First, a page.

21/10/2011

Linux & Me - A True Story

Tux, the Linux penguin
So I got really bored with Windows the other day, and I tried a Linux distro for a change, check out what happened!

Two weeks ago, I really, really needed to clean my pc, Windows was giving me a hard time by being slow, some errors kept bugging me and I decided to format the hard drive.
After a clean installation and all the programs installed, I felt wanting a change in my netbook, so I could play around and have some fun. After some search in google, I remembered that I had two options, trying a MAC OS which I had to buy, configure and all, or try a Linux distro and jump to its savage world (or so I thought).

Now my previous Linux experience was about 4 to 5 years ago, and it had put a bad taste in my technological mouth, the distro was not intuitive, clean and there were almost none options to the Windows OS programs, and the layout was so hard to get used to that I gave up completely and deleted that partition (which was already included in my now burned to bits of a notebook) and promised myself to stay faithful to my Windows XP experience and never touch another Linux OS.

/SCARED!
So, after the "extensive" search, I had two options laying out for me, either Ubuntu, which is classified for beginners, or Chrome OS, an operating system based for the internet. That decision was made rather quickly since Chrome OS advertisement scared the Shoes out of me due to being an OS based for the webz and I thought of myself in the middle of no Wi-Fi helpless trying to do something, so Ubuntu it was.

Decisions, decisions, decisions... hmmm

Basically, I thought I had to do tons of things before I start out, so in advance, I partitioned the drive into a 170 GB for Windows and 50 GB for Linux right when I installed Windows 7, and after it was installed, I thought "Wtf am I suppose to do now?". Funny thing is, that Ubuntu is indeed the beginners linux, since it completely went step-by-step with me to configure Linux, so I was relieved and let a big "Wow, this is actually easy". Later that day, I had installed Ubuntu (which was still in 11.04) and set forth to enter the  dual-boot (a gigantic plus here if you decide to install Ubuntu after Windows) options and choosing Ubuntu.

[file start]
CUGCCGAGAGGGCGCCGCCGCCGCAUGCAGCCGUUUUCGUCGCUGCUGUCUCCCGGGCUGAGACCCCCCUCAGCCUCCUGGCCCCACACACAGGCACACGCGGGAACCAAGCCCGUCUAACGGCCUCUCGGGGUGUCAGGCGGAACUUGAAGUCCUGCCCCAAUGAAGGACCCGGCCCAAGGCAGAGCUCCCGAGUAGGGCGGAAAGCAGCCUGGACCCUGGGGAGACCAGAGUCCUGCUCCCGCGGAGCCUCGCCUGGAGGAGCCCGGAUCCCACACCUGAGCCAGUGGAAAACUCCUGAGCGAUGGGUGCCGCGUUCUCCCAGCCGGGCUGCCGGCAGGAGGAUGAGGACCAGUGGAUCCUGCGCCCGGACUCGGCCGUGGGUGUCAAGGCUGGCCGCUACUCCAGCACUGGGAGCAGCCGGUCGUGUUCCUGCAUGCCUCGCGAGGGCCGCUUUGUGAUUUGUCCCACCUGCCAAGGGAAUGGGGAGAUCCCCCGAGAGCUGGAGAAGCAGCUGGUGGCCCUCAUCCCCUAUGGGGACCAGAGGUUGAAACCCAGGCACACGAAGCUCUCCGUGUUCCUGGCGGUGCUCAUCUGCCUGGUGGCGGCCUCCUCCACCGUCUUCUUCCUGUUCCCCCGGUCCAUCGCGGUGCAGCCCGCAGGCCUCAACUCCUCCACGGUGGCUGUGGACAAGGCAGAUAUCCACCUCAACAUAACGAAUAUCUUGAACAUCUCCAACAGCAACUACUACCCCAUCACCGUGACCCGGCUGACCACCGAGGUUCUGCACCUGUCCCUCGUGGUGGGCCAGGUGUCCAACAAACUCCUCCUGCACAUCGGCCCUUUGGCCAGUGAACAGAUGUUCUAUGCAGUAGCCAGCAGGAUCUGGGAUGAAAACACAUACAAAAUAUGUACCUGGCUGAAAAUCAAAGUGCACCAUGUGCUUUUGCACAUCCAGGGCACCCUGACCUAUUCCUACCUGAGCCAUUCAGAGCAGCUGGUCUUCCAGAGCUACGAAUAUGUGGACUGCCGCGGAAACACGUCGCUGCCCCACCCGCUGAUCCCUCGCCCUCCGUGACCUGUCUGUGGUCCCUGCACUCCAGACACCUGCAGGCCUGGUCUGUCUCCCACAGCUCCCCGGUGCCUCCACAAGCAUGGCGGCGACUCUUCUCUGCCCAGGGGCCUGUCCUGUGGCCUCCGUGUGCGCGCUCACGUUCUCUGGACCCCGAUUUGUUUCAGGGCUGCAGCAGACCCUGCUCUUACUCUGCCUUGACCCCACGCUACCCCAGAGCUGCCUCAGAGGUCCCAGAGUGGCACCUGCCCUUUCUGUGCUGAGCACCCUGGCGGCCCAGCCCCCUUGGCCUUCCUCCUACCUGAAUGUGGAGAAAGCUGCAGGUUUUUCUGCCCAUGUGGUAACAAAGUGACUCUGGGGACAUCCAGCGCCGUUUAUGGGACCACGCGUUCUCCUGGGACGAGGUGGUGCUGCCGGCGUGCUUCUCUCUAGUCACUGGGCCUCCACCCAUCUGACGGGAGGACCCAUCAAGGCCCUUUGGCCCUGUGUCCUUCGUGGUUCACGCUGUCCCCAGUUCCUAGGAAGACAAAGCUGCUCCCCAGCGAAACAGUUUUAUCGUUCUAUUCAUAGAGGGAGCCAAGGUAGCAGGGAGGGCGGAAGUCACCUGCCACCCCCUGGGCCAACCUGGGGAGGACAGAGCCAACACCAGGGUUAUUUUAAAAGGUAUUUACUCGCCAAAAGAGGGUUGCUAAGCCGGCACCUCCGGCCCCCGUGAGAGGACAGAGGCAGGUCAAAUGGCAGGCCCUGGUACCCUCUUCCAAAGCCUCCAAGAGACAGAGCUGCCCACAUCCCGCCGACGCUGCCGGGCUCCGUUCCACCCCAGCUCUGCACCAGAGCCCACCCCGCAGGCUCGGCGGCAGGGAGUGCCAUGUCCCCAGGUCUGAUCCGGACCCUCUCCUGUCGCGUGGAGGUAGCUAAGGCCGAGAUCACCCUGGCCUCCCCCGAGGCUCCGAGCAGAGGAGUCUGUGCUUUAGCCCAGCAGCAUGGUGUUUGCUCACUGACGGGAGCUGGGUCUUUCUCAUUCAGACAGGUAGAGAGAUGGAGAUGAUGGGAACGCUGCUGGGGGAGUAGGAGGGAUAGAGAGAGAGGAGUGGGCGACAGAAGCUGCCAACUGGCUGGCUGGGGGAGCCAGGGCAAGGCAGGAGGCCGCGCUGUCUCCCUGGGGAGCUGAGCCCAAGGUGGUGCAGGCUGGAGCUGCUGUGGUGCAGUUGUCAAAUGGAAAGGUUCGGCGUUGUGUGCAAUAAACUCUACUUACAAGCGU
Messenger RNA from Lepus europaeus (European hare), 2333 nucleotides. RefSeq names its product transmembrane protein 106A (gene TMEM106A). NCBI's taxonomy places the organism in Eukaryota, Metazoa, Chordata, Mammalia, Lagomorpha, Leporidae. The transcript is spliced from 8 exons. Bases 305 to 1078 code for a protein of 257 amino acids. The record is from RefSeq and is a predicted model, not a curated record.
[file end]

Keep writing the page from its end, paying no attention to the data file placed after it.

It was funny to start with a weird menu asking for my name and password (which is awesome now at 11.10) and opening my OS session. The first thing I noticed was the security it needed to do things, not only you need to have a password to open your session, you also have a "key chain" that needs a password. The key chain will always be asked if you install a program or change your configuration. So after setting a password, I was ready to rule the OS....


I was amazed at how clean and sleek the design the OS had, I could even consider being a tiny gap from a Windows OS design, but we will delve into that later. 

Now I didn't know where to start, Ubuntu was very different from Windows 7, it didn't use .EXE extensions or anything of the sort and I didn't know how to install drives. A second later and a little exploration involved, I found out that, all the drives I needed (except for my Lexmark Wireless All in One Printer) were already installed, I mean everything, I even did a test to a scanner I had laying around it installed automatically after plugging in and I was amazed by that fact. Most of the drivers are ready to go and all the options are made for you to starting doing what you want right after installation, and it feels awesome. 



The design of Ubuntu is very straight forward as you have "Unity" which is Ubuntu new trademark for what I searched for in the forums, and it revolves on a left bar with almost all the programs you need to start with, it slides up and down much like a mobile OS and you chose whatever you want to put there or not. You also have a horizontal bar located in the top of your screen with basically everything from e-mails, to twitter/msn/google+ programs all into 1 (program called Empathy) and it would cause you any hassle as it was just a chat balloon in a middle of some other apps (the email for example, which in 11.10 is Thunderbird) and your name and a power button, and the rest was empty, just a background image.